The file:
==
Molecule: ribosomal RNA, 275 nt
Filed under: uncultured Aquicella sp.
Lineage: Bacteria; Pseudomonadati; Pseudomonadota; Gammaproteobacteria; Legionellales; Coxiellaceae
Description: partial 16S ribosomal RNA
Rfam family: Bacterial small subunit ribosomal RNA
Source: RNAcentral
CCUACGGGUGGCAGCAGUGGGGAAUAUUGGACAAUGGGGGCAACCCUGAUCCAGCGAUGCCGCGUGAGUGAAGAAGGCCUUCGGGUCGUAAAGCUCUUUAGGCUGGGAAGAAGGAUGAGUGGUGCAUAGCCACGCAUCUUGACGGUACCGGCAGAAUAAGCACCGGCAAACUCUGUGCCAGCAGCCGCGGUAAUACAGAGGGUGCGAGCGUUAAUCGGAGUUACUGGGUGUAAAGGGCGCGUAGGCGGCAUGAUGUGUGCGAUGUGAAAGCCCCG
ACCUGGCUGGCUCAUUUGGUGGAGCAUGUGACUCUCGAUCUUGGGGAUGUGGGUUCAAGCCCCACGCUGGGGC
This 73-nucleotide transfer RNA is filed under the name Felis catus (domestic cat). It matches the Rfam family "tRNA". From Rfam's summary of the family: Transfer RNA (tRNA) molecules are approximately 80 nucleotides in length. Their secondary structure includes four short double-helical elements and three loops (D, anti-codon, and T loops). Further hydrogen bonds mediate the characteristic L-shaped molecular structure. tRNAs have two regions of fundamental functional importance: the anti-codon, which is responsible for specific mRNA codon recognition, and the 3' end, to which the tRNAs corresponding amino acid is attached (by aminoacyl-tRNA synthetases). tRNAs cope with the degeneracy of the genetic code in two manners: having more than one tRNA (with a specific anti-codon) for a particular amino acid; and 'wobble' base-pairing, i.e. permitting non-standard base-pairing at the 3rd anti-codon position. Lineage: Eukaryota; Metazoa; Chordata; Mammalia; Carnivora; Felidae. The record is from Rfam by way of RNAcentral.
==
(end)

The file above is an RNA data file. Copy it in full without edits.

Molecule: ribosomal RNA, 275 nt
Filed under: uncultured Aquicella sp.
Lineage: Bacteria; Pseudomonadati; Pseudomonadota; Gammaproteobacteria; Legionellales; Coxiellaceae
Description: partial 16S ribosomal RNA
Rfam family: Bacterial small subunit ribosomal RNA
Source: RNAcentral
CCUACGGGUGGCAGCAGUGGGGAAUAUUGGACAAUGGGGGCAACCCUGAUCCAGCGAUGCCGCGUGAGUGAAGAAGGCCUUCGGGUCGUAAAGCUCUUUAGGCUGGGAAGAAGGAUGAGUGGUGCAUAGCCACGCAUCUUGACGGUACCGGCAGAAUAAGCACCGGCAAACUCUGUGCCAGCAGCCGCGGUAAUACAGAGGGUGCGAGCGUUAAUCGGAGUUACUGGGUGUAAAGGGCGCGUAGGCGGCAUGAUGUGUGCGAUGUGAAAGCCCCG
ACCUGGCUGGCUCAUUUGGUGGAGCAUGUGACUCUCGAUCUUGGGGAUGUGGGUUCAAGCCCCACGCUGGGGC
This 73-nucleotide transfer RNA is filed under the name Felis catus (domestic cat). It matches the Rfam family "tRNA". From Rfam's summary of the family: Transfer RNA (tRNA) molecules are approximately 80 nucleotides in length. Their secondary structure includes four short double-helical elements and three loops (D, anti-codon, and T loops). Further hydrogen bonds mediate the characteristic L-shaped molecular structure. tRNAs have two regions of fundamental functional importance: the anti-codon, which is responsible for specific mRNA codon recognition, and the 3' end, to which the tRNAs corresponding amino acid is attached (by aminoacyl-tRNA synthetases). tRNAs cope with the degeneracy of the genetic code in two manners: having more than one tRNA (with a specific anti-codon) for a particular amino acid; and 'wobble' base-pairing, i.e. permitting non-standard base-pairing at the 3rd anti-codon position. Lineage: Eukaryota; Metazoa; Chordata; Mammalia; Carnivora; Felidae. The record is from Rfam by way of RNAcentral.